Turkey's natural gas investments not only ensure domestic energy security but also offer a solution to the European Union's current predicament amid the natural gas crisis caused by the Russia-Ukraine war, according to energy analysts.
The war in Ukraine, which is reshaping the global geopolitical and energy order, is also emasculating Russia, one of the world's energy superpowers, while EU countries scramble to find alternative natural gas sources in anticipation of a further decline in Russian gas supplies to Europe.
This comes in the face of several EU sanctions on Russian energy exports and voluntary sanctions by some companies while Moscow punishes European countries that have refused to pay for Russian natural gas supplies in rubles.
Gulmira Rzayeva, the founding director of Eurasia Analytics, sees an opportunity for Turkey to step up its role as an energy hub with its growing importance in liquefied natural gas (LNG) to alleviate the crisis in Europe.
"Turkey's role not only as a transit country but also a country which possesses very scalable infrastructure is growing in the light of this energy crisis in Europe," Rzayeva said.
Speaking to Anadolu Agency (AA), Rzayeva, who is also a senior visiting research fellow at the Oxford Institute for Energy Studies (OIES), explained that Turkey assuming the savior role amid the EU's energy conflict is not only critical due to the crisis itself and resulting high prices, but also "because of the scarcity of gas on the market at the moment."
"Azerbaijan is also gaining very strategic importance for Europe in that sense because Azerbaijan can increase its gas exports to Europe. But then here in the background of all these developments, Turkey is becoming a very important country to help, especially Southeast European countries, to wean itself off Russian gas," she said.
She stressed the important role that Turkey can play as an emerging transit country given its very developed infrastructure, as "European companies can use this infrastructure to bring gas from alternative sources to their countries."
She further explained that this could be realized through both local Turkish and European private companies registering in Turkey, and offtaking gas imported from Azerbaijan or elsewhere into the country, including LNG, for shipment to Europe.
"Because Turkey has around 50 billion cubic meters (bcm) of LNG regasification capacity in the country. So, this is around 90% of the Turkish annual gas demand. Bulgarian companies have already booked capacity in LNG terminals, which means that they can buy LNG at the Turkish regasification terminals and ship it to Bulgaria or any other European countries," she explained.
Brenda Shaffer, a professor at the U.S. Naval Post-Graduate School surmises that Turkey has a much more realistic policy about energy security compared to Europe.
This policy encompasses gas, which according to Shaffer, is needed with or without renewables.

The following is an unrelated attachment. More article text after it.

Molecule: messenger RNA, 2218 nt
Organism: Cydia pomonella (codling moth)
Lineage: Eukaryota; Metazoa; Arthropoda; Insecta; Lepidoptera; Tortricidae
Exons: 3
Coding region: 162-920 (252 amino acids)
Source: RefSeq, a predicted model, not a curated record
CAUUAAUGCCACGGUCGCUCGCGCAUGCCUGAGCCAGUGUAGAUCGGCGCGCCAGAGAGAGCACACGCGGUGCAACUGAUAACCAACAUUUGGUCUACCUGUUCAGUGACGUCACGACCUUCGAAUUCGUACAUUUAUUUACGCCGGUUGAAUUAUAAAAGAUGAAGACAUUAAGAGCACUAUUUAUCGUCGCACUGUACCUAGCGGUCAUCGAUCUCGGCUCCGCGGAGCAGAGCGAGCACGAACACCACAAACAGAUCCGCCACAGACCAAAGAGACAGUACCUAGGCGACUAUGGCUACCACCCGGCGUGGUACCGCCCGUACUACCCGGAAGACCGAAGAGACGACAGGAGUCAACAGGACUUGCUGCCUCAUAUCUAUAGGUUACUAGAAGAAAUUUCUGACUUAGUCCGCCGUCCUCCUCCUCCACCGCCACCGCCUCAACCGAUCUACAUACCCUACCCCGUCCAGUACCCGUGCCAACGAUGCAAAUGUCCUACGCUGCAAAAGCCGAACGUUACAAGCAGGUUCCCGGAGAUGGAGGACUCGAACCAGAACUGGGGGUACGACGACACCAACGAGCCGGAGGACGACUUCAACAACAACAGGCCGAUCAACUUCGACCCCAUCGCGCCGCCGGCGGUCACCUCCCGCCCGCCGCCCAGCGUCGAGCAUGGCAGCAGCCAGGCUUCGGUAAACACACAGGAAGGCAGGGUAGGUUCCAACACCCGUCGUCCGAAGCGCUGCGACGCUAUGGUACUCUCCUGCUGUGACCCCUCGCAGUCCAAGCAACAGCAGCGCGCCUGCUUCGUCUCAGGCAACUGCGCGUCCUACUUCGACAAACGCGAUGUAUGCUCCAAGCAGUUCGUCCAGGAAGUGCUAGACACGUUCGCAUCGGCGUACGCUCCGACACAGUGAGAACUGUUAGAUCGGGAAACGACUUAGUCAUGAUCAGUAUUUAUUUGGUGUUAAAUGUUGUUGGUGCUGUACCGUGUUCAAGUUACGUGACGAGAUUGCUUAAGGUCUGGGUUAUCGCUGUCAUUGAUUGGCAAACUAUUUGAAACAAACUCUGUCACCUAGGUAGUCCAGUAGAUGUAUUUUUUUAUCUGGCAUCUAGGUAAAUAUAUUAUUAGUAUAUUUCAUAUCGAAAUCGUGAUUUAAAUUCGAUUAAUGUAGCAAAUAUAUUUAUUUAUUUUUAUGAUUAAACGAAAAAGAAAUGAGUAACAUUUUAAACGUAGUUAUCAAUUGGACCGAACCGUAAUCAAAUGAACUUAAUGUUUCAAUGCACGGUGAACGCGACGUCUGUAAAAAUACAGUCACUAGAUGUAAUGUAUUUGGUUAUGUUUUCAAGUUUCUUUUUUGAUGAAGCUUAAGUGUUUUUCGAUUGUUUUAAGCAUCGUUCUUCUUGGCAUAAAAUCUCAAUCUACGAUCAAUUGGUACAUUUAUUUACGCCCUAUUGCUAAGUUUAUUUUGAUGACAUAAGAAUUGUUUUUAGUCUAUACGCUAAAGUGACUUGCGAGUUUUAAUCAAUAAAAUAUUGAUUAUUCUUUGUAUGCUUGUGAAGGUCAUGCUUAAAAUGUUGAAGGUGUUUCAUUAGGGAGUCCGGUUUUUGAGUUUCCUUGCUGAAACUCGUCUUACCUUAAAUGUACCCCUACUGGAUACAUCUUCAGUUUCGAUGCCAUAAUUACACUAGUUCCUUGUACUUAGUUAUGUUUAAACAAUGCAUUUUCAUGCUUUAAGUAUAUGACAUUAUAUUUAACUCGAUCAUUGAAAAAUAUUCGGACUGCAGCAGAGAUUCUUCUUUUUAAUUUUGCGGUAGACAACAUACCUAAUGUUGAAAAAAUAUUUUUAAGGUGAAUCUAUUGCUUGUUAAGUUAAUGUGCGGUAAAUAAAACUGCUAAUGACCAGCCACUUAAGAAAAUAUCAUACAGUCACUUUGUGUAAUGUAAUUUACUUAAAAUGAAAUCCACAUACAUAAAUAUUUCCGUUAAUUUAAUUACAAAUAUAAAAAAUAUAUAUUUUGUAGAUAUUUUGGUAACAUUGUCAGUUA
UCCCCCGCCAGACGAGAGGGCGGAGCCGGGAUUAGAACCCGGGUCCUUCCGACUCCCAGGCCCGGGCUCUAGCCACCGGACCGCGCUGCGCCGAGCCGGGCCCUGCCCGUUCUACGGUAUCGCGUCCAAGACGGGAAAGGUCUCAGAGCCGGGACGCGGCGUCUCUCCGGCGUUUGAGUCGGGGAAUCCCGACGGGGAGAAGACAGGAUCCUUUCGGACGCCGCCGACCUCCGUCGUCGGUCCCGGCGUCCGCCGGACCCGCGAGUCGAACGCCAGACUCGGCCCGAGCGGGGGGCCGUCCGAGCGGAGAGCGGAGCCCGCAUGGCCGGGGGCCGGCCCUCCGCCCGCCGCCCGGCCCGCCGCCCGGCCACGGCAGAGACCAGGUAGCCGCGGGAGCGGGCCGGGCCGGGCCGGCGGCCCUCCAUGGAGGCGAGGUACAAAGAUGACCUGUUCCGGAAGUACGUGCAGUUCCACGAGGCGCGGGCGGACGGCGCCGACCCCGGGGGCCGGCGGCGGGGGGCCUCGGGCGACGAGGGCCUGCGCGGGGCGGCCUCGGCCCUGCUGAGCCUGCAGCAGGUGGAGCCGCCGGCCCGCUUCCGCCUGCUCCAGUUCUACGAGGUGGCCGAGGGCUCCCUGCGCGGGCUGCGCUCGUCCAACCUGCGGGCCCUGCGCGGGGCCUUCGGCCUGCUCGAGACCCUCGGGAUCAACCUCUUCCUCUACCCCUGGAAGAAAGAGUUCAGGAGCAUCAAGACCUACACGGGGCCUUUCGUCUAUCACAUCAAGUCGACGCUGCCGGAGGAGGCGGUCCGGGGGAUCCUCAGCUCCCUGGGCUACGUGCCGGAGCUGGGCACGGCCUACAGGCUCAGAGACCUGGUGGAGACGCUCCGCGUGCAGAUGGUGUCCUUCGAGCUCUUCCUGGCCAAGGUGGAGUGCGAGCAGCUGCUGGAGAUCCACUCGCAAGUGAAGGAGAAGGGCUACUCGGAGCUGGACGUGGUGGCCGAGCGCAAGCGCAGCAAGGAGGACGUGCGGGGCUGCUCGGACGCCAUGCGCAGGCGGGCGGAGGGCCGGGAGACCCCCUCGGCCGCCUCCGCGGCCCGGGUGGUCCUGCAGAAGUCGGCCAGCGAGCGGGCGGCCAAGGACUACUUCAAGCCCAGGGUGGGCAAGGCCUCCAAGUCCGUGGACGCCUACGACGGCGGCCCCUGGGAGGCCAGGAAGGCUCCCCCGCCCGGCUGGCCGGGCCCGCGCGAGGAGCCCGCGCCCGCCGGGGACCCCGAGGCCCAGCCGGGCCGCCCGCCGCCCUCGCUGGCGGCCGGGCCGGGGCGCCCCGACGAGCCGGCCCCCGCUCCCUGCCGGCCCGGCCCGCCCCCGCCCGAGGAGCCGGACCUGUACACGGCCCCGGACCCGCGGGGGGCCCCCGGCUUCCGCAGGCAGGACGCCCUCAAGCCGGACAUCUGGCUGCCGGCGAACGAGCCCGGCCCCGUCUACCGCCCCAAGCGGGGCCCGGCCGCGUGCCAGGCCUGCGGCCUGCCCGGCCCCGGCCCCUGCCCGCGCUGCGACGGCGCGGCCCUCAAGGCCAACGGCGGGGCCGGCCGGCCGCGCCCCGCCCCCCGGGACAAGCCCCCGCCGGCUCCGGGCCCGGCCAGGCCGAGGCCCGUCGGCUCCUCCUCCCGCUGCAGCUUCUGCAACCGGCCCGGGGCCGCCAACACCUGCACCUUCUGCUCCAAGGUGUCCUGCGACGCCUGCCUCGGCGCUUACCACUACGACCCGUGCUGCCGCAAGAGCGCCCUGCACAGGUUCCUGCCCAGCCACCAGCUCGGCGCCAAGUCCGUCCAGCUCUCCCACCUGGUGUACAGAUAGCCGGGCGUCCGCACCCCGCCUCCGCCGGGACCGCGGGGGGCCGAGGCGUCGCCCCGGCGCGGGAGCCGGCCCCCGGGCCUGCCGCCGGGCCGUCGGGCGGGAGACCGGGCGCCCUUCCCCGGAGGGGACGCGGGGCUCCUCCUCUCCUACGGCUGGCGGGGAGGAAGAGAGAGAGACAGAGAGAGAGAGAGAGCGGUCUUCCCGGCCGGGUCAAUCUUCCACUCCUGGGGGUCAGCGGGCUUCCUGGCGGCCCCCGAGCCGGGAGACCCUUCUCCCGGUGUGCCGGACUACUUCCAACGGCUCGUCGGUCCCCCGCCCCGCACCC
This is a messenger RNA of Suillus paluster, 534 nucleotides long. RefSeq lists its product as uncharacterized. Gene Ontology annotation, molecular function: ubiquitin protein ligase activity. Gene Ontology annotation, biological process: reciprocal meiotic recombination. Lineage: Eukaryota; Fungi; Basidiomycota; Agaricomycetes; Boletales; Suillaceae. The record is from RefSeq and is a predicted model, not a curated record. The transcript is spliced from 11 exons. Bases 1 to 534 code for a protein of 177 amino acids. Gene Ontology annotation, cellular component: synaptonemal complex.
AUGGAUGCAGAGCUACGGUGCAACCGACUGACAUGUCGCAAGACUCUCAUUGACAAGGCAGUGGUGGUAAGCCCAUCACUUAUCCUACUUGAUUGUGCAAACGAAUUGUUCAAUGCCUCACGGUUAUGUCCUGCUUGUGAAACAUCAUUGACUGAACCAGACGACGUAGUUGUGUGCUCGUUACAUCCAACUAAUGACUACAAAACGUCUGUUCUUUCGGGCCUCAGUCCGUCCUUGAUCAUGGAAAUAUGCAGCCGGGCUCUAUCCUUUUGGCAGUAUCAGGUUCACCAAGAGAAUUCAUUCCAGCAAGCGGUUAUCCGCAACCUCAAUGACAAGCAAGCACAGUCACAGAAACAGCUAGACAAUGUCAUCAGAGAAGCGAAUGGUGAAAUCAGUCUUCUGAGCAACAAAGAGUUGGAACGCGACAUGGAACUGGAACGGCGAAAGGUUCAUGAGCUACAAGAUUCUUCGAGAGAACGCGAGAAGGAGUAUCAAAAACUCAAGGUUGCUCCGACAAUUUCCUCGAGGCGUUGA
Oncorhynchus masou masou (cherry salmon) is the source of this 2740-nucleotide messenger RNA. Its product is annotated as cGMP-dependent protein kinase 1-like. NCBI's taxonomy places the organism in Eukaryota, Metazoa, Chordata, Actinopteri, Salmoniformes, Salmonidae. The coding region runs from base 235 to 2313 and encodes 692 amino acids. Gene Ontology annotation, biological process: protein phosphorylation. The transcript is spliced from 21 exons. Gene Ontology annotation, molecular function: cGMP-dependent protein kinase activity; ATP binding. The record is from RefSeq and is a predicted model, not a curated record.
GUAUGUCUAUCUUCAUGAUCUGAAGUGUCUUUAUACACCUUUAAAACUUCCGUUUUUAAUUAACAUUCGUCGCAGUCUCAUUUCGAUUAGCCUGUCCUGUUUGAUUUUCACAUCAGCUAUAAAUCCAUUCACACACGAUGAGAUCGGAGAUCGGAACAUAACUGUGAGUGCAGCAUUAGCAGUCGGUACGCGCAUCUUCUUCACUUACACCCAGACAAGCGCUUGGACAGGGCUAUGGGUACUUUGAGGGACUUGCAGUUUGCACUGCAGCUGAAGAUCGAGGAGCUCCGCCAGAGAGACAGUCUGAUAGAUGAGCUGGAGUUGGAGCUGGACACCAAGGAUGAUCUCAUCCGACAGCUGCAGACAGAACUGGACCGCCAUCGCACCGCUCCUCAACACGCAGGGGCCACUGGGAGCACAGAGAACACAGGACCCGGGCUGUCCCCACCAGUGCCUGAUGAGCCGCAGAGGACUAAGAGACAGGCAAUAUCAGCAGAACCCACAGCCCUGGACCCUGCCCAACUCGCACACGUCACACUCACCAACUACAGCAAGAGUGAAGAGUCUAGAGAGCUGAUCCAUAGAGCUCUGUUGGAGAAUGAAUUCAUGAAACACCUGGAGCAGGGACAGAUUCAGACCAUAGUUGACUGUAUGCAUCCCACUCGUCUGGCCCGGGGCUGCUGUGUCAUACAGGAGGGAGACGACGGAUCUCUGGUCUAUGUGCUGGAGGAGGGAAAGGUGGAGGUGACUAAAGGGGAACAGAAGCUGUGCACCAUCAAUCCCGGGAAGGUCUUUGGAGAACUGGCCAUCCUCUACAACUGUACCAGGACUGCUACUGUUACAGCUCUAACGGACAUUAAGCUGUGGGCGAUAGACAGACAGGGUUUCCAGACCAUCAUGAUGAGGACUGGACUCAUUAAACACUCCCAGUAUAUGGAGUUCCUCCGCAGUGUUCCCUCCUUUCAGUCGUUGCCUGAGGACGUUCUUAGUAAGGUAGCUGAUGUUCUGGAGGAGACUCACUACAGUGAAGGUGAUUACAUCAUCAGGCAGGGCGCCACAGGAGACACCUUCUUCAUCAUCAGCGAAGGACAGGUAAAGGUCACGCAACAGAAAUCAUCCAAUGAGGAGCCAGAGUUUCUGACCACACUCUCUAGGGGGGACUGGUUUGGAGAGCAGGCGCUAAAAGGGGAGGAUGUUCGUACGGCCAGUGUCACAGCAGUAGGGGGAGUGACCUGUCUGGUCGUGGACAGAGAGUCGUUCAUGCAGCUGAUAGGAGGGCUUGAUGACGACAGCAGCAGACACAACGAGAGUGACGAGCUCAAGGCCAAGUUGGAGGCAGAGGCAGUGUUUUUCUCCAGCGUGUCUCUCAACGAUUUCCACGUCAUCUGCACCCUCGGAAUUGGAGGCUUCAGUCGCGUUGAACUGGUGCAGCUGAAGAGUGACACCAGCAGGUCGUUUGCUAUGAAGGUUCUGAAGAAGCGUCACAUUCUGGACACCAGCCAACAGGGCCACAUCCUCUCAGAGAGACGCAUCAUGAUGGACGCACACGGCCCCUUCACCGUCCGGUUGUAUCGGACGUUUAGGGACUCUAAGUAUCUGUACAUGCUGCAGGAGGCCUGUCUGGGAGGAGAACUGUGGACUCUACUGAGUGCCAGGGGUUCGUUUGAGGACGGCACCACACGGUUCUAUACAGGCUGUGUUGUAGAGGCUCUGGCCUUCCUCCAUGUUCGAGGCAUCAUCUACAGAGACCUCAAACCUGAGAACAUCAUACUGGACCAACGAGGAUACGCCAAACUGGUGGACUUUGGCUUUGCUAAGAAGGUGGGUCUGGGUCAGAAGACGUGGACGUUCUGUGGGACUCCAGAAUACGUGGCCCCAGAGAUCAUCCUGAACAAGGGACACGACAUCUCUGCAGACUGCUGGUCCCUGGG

She affirmed that hopes of renewable energy sources someday meeting all the necessary energy needs would be "a miracle" because "this current generation of renewables, hydropower, wind and solar cannot deliver the energy intensity that modern economies need."
"They still run on a baseload fuel of gas or other constant fuel. So, you need gas with renewables or without renewables," she said.
Shaffer asserts that the country is also much more diversified in its gas suppliers with its diversified energy policy that does not just rely on renewables.
"So (Turkey) has projects from Russia, from Azerbaijan from Iran, huge increases of LNG imports. On the energy security side, Turkey did much better than most European countries," she said.
John Roberts, an energy security specialist at the Atlantic Council, notes that the EU plans to reduce its gas consumption as part of its climate change strategy.
The bloc imports on average around 155 bcm of gas annually from Russia.
"It (the EU) was trying to reduce reliance on fossil fuels and it had in its mind a proposal to cut demand by 100 bcm not just from Russia, but from all over," Roberts said.
He added that the Russia-Ukraine war brought these goals forward and forced EU countries to entirely cut dependence on Russia.
He advised that these goals will be reached with about 37-38 bcm of new production from LNG, notably in the U.S., coming online this year, most of which will go to Europe. Similarly, the same gas quantity is expected from alternative sources of energy, notably renewables, while it is still unclear where the remaining 25-30 bcm of gas will come from.
He warned of the likelihood of some countries having short supplies and "demand destruction."
"This is not about people saving gas. This is about people not being able to afford to pay for gas or physically finding they're not receiving gas. This is not simply reducing your own demand by 5 or 10%. It's cutting it out completely whether this is a company, a household, and at whatever level. It's an act of desperation to stop using gas," Roberts said, calling the situation "the most frightening thing."
"Because, if you turn off the gas fire or gas cooker in the house, they're so connected to the internal system and you can turn it on again when you want to. But, if you turn off a town or a factory from its gas power, you have to check every single outlet before you turn the gas back on," he said.
He considers the concerns of European countries like Hungary and Serbia legitimate while warning against a catastrophic collapse of gas demand in certain parts of Europe if the process of reduction of gas is not implemented in a phased-out way.
"This is why Turkey is in a good position because it gets gas from multiple sources. It gets gas from Russia, Azerbaijan and Iran, and it gets LNG from a wide variety of sources. So, Turkey has a flexible policy, and it's that flexibility that is an insurance policy," Roberts said.
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